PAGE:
It was a simple funeral. About a dozen people tried their best to sit evenly in the pews to make the church look fuller than it was. Apart from us, her closest living relatives, there were a couple of members of staff from her local bookstore and the cafe she’d baked cakes for. I wondered where all her friends were. Then it occurred to me maybe John had been her only friend. She’d certainly never mentioned anyone else.
I scanned the gathering for a young man, someone I didn’t recognise, possibly there on his own, sat near the back. Maybe in the shadows.
But there was no one. There was no one at all under 50 apart from myself and I only just squeaked under that yard stick.
I returned home and opened a bottle of wine. I turned the TV on just to fill the silence and stared, unseeing, at the screen.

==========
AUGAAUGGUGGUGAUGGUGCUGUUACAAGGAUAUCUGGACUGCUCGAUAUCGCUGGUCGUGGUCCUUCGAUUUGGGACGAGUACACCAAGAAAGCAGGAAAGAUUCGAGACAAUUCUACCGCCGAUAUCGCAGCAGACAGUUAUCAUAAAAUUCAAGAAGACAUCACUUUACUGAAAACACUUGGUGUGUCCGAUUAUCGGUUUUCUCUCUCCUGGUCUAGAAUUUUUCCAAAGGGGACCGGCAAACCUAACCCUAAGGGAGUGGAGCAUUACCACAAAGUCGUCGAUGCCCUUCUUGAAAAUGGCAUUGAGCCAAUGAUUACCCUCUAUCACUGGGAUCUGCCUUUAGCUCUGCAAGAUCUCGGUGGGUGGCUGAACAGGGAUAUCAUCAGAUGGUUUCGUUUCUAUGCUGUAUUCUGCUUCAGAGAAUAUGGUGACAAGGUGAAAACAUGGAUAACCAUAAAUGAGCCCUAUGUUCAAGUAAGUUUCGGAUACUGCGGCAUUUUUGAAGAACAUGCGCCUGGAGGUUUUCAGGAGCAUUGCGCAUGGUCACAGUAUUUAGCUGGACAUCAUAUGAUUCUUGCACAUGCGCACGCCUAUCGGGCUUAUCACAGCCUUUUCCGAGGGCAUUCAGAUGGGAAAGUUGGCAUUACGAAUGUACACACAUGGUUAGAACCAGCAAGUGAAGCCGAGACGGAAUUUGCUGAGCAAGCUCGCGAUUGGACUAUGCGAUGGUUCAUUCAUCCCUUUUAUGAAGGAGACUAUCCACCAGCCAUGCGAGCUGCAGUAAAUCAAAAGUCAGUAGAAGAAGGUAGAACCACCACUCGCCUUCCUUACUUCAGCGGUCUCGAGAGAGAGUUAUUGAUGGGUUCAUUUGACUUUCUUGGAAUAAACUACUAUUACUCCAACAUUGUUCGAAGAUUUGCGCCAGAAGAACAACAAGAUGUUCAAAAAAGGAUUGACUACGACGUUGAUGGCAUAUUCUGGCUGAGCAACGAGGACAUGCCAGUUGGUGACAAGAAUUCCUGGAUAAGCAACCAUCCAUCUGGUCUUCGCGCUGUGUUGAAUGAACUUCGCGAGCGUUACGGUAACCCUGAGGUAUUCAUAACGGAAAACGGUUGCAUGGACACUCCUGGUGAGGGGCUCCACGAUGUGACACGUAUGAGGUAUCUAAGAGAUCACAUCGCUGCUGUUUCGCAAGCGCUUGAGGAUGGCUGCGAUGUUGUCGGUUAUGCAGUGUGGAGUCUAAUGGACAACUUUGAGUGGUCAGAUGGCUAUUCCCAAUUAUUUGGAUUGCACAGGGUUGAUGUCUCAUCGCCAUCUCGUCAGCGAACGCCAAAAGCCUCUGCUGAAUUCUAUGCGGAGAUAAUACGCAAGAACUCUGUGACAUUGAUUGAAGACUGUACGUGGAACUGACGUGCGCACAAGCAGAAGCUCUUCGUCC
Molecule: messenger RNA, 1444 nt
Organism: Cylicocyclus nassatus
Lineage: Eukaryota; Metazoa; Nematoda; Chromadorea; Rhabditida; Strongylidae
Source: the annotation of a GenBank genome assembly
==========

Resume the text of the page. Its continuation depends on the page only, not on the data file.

It was as I was draining my glass and realising with a curse that it was my last bottle that she asked to come in. I blinked groggily into the shadows. I muted the TV and listened. Nothing.
No one spoke. No one knocked on the door or rang the bell. But I knew she was asking to come in. Asking if she could see me.
I swallowed and, somehow, said ok without opening my mouth. She stepped out of the shadows. She was younger, though not young. Perhaps mid fifties, her hair still holding on to a flush of brown. The lines around her eyes and mouth were less pronounced and there was a roundness to her cheeks. This will have been how Rose looked when I was a child. Except it can’t have been. She never had round cheeks. She’d always had very fine cheekbones. Film-star cheekbones, she’d called them. Grandma had had round cheeks, I thought. My father’s mother, that is. No relation to Rose. She was also the one that had worn those pearl earrings that now caught the light from the TV, turning pink and blue all at once.
I knew I should have been scared. But I wasn’t.
“Auntie Rose?” My voice sounded far away, like a radio tuned to an unfamiliar channel in a distant room.
She shook her head. “Not Rose, dear, no. I’m Iris.”